Same thing for the villains in this book, specifically the dictator. He is vicious and says mean things, but he doesn't do anything horrible (except one major horrible thing later on in the book). Knowing my villains are just as important to me as knowing my good guys. I have no idea what made this guy tick. Why did he feel the need to have so much power? Why did he hate his half-brother who was also a ruler but not nearly as cruel? Well that is what we are told anyway. We don't actually meet him in this book.

      Another issue I had with this book was the overall world. I love the idea of this being set into the future. It sounds like an interesting world. But how did it get to this point? Where exactly is Free City? Why the hell is there so much war going on in Dublin? What about New Rome? None of this is explained and I was curious as hell especially the New Rome thing. That sounds really interesting. So not only do we get a lack of character development, there is also a lack of worldbuilding as well. I understand this is the future and all, but we the audience aren't in that future. Paint us a picture or leave us bread crumbs to get us to this point.

      Another issue; convenience and/or no tension. There were times in this book where it would builds up to something and we don't see the ending result of how it happened. Or something would happen that was just so convenient for the character. For instance, a main character in the book (can't tell you who) is always being sat down in the cockpit with one of the bad guys. Why? Absolutely no reason. But something happens just so that character can send a message for help or to do something else they would get in trouble for. We also get a part where the same character is forced to help the bad guys and does something that will save them all in the end. But we don't see this play out. Why? It would have been a great action scene if played out right.

      Also I want to talk about the title. Why exactly is it called The Ripple in Space-Time? The ripples are mentioned maybe twice in the book, but don't play a role in the scheme of things, well at least not with our characters anyway. Again, why? It would have been awesome. Ever watched Star Trek (Abrams')? Remember what happened to the Romulan ship in the end? Yeah, I was expecting something like that. I know it wouldn't be exactly the same since a black hole and space-time aren't the same. But still, why not use that to your advantage somehow. Again, that would have been amazing. But what we got was a bit anticlimactic for my taste. And there were a few scenes like that. Where the buildup was great, but the ending result just didn't satisfy quite like they should have. The only real tension for me came from the CRAMP group. But even when they are done, we don't see the ending result, we are just told about it. Why?! I would have loved to have been in the room when that had taken place. Come on!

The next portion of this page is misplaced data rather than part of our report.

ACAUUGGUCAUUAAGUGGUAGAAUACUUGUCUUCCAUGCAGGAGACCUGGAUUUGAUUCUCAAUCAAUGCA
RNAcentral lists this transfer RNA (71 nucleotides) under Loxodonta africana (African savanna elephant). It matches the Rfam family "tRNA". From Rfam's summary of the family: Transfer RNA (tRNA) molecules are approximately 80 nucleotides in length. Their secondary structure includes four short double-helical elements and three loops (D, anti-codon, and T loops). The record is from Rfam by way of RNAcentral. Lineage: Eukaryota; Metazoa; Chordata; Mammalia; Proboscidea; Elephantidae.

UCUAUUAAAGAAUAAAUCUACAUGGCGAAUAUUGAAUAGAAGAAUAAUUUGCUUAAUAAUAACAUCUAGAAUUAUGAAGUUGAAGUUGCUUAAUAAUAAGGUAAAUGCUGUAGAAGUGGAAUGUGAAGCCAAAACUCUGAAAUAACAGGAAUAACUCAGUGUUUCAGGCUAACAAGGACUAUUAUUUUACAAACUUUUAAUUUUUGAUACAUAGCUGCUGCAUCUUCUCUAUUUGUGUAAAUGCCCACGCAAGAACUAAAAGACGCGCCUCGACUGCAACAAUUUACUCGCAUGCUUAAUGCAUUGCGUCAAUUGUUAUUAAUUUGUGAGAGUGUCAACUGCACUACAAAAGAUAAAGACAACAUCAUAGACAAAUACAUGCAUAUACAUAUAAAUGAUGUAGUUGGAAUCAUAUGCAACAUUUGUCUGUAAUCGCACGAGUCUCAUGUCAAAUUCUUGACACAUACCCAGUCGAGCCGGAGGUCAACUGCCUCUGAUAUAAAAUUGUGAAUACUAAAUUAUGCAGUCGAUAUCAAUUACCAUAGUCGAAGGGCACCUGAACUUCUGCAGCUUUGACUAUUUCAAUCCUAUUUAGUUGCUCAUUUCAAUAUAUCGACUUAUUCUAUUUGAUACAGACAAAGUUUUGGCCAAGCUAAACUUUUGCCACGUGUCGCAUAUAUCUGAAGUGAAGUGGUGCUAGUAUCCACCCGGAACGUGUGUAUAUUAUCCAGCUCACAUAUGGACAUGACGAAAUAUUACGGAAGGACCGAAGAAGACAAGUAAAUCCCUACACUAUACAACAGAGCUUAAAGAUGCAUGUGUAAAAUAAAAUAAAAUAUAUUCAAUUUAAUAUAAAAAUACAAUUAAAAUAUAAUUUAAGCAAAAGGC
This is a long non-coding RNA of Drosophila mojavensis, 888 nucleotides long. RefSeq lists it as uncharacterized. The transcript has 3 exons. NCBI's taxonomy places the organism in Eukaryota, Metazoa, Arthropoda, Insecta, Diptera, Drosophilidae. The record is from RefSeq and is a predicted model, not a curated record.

Overall, this was an okay read for me. I want to love it because it has all the right elements. But those elements need to flow and they need to be developed. I felt a bit detached from this at times. Not to mention that detachment was a little amplified when I finished the book and found the appendix at the end. I got more info about the characters in the appendix at the end than I did in the actual book. Something isn't quite right about that. Although I will say I would like to check out the next book in this series because I want to see where else could this go. The very last chapter especially needs an explanation.


*This book belongs to the following challenge*
BCC's 100 Books In A Year Reading Challenge 2013!